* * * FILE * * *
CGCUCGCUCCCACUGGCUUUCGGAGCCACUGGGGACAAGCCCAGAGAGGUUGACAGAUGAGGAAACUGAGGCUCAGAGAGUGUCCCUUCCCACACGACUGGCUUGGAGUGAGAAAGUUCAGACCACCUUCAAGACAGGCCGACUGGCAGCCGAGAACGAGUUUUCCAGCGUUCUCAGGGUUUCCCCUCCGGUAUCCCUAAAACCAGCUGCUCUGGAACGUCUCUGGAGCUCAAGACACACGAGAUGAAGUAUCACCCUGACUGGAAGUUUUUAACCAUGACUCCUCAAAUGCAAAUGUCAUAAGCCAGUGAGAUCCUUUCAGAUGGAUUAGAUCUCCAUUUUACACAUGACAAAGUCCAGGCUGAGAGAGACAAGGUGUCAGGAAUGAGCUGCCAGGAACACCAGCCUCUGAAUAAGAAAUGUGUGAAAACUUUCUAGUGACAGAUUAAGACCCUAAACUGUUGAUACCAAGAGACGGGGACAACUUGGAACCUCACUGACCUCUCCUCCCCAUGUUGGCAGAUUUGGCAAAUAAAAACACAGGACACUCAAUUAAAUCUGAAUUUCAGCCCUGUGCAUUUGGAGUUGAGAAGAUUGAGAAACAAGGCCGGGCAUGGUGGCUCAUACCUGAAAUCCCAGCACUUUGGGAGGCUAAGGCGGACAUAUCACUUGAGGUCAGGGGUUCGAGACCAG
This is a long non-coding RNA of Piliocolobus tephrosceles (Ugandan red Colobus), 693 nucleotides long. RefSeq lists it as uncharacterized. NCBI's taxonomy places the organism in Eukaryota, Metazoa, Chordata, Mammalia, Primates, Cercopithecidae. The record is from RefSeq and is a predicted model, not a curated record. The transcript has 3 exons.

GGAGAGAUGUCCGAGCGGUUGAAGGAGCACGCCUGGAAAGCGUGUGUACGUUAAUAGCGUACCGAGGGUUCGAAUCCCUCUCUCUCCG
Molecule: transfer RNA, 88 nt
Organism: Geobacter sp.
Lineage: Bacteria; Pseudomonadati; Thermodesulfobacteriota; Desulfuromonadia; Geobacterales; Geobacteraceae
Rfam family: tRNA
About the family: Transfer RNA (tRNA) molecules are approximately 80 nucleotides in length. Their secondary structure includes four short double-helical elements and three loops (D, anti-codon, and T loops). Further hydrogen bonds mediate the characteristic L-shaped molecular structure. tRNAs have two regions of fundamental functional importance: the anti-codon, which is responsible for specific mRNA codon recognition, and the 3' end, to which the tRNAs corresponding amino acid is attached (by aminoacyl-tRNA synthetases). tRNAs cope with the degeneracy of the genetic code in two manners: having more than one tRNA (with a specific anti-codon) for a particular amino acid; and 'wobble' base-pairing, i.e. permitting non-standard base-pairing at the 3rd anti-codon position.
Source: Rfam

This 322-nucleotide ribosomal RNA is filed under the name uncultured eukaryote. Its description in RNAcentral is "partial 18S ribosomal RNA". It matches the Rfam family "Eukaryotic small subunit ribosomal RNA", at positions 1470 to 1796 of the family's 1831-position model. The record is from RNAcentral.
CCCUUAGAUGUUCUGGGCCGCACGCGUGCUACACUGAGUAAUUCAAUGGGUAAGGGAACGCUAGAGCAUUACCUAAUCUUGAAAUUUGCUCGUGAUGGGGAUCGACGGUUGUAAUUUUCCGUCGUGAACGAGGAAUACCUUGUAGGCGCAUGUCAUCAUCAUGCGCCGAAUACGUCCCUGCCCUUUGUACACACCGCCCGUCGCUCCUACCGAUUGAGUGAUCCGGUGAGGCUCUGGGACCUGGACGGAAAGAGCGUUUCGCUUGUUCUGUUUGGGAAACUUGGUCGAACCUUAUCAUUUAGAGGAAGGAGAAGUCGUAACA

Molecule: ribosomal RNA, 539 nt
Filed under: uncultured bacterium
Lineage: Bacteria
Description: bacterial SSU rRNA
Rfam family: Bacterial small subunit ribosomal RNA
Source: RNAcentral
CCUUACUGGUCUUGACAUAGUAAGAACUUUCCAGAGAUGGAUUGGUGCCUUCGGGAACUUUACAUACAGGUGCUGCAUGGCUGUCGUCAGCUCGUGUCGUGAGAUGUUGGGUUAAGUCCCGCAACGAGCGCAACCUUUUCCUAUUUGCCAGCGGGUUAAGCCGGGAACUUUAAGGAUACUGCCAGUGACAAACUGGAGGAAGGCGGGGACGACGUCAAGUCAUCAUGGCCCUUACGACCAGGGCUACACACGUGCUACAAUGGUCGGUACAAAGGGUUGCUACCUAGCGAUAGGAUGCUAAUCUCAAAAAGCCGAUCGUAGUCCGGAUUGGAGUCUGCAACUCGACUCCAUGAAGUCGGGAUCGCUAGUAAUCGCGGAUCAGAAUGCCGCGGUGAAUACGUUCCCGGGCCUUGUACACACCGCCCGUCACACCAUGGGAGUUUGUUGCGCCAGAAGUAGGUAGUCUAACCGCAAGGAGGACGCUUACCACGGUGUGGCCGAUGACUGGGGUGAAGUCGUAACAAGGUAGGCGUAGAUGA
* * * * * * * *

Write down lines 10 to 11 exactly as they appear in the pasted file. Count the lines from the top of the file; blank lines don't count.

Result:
This 322-nucleotide ribosomal RNA is filed under the name uncultured eukaryote. Its description in RNAcentral is "partial 18S ribosomal RNA". It matches the Rfam family "Eukaryotic small subunit ribosomal RNA", at positions 1470 to 1796 of the family's 1831-position model. The record is from RNAcentral.
CCCUUAGAUGUUCUGGGCCGCACGCGUGCUACACUGAGUAAUUCAAUGGGUAAGGGAACGCUAGAGCAUUACCUAAUCUUGAAAUUUGCUCGUGAUGGGGAUCGACGGUUGUAAUUUUCCGUCGUGAACGAGGAAUACCUUGUAGGCGCAUGUCAUCAUCAUGCGCCGAAUACGUCCCUGCCCUUUGUACACACCGCCCGUCGCUCCUACCGAUUGAGUGAUCCGGUGAGGCUCUGGGACCUGGACGGAAAGAGCGUUUCGCUUGUUCUGUUUGGGAAACUUGGUCGAACCUUAUCAUUUAGAGGAAGGAGAAGUCGUAACA